A new study co-led by Harvard T.H. Chan School of Public Health researchers found surprisingly high HIV rates among older Mpumalanga men in South Africa who had undergone medical circumcision.
The study surveyed 2,345 Mpumalanga men over the age of 40 and found that 31% of respondents who had circumcision when older were HIV positive, a rate higher than uncircumcised Mpumalanga men, according to an August 14, 2018 article in Business Day.
Studies have suggested that male circumcision can reduce the chance of contracting HIV by roughly 60%. The new findings indicate that it needs to be better communicated to men and women that circumcision does not provide complete protection against HIV, according to Till Bärnighausen, a co-author of study and an adjunct professor in Department of Global Health and Population, and Molly Rosenberg, a co-author and former Bell Fellow at the Harvard Center for Population and Development Studies.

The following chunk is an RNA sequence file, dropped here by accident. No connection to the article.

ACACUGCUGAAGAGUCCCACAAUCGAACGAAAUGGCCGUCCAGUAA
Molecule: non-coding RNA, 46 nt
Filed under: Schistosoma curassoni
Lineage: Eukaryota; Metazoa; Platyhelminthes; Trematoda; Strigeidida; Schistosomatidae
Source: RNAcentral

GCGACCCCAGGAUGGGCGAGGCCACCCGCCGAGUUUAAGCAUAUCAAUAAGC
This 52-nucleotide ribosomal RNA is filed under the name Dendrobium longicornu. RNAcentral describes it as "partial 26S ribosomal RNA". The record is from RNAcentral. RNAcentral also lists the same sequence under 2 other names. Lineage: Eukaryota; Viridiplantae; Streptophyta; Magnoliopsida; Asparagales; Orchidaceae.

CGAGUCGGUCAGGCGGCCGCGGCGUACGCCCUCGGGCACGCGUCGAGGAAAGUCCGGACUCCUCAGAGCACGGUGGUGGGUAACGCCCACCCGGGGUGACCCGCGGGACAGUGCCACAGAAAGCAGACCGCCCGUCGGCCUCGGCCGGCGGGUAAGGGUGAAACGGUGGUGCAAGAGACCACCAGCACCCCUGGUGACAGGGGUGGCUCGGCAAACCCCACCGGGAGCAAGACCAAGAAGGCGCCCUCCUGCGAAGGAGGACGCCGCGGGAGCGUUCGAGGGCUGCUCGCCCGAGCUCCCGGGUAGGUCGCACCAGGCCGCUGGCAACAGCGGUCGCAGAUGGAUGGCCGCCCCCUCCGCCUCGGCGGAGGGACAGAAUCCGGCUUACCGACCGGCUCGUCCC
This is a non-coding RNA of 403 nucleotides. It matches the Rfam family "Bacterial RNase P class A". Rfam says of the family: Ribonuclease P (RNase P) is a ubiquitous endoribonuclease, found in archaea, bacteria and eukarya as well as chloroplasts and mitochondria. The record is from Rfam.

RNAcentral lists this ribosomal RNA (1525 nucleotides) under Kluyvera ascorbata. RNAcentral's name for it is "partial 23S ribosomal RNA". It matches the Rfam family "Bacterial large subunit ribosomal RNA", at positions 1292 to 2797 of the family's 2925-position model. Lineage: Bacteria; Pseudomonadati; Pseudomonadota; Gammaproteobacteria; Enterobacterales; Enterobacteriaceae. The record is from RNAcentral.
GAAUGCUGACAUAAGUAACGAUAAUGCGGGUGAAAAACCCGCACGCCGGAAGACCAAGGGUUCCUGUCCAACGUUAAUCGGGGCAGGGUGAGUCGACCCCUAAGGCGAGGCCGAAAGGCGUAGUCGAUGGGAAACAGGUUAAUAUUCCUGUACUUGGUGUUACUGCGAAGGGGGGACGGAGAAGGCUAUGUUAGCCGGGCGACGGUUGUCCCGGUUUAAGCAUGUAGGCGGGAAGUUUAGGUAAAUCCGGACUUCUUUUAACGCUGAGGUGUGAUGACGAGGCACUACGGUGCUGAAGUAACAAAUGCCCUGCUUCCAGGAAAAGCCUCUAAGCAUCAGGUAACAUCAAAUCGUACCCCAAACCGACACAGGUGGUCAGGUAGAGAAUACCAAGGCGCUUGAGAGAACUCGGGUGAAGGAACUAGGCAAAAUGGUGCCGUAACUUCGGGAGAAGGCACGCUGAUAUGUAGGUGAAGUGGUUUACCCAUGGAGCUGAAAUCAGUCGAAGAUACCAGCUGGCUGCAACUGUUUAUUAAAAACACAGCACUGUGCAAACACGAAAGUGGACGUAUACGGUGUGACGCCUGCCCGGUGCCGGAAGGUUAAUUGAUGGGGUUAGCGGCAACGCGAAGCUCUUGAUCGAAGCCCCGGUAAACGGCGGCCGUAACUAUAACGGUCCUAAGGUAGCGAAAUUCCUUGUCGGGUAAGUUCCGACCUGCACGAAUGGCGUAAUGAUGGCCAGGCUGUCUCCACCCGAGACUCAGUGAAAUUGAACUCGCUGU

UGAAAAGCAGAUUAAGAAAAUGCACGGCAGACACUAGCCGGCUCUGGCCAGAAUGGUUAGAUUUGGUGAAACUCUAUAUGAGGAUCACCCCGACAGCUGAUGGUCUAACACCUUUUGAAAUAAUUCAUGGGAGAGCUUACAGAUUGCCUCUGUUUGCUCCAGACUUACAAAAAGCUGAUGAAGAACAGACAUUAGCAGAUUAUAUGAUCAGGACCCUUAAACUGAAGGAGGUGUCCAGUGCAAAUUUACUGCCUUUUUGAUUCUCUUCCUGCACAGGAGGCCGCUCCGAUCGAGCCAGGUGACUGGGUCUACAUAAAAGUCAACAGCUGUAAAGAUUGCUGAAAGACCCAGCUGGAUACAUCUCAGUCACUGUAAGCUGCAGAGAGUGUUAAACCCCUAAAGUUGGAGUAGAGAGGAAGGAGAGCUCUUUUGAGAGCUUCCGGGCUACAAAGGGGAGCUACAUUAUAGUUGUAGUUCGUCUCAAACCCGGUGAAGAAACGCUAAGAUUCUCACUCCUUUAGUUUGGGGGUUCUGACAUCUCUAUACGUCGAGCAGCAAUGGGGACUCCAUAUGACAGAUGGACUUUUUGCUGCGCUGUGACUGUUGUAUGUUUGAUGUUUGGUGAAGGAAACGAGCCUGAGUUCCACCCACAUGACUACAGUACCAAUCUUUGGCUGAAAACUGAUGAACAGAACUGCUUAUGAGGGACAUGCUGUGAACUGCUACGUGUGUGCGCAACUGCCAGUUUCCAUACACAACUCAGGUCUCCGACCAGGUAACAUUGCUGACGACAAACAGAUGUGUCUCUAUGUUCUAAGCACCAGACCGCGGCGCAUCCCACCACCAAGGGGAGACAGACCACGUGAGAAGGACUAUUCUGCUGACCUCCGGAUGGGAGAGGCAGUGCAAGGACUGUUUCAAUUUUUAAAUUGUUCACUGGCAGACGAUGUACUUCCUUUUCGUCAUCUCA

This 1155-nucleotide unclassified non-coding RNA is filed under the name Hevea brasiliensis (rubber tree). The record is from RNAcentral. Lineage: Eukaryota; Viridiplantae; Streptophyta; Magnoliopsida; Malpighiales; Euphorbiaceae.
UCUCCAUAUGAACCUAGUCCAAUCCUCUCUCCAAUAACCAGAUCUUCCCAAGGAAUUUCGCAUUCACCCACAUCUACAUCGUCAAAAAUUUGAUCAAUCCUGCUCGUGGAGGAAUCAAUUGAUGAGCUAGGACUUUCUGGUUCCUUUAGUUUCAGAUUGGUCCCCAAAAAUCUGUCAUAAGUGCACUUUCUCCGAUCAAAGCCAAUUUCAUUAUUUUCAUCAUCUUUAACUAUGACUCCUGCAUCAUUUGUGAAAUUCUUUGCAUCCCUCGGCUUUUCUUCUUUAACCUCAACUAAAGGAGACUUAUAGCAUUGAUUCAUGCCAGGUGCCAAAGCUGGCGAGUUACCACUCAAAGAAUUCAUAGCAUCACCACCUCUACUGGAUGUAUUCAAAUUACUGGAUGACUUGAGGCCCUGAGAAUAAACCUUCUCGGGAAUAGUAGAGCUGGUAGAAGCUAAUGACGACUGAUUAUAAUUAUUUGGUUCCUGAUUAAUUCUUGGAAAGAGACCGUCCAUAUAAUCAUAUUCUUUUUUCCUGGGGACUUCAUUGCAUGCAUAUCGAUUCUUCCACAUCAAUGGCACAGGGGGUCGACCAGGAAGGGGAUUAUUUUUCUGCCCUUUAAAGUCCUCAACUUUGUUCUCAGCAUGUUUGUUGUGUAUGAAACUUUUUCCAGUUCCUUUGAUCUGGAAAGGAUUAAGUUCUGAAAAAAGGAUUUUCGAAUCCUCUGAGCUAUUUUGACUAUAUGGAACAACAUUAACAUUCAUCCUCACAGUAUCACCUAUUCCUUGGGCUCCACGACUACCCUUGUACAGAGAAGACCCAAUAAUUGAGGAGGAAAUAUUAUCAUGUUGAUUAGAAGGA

The researchers proposed several theories to explain the unexpected finding, including the possibility that HIV positive men are opting for circumcision at higher rates and that men engage in riskier sexual behavior after circumcision.
Read the Business Day article: Medical male circumcision: is the HIV prevention claim wrong?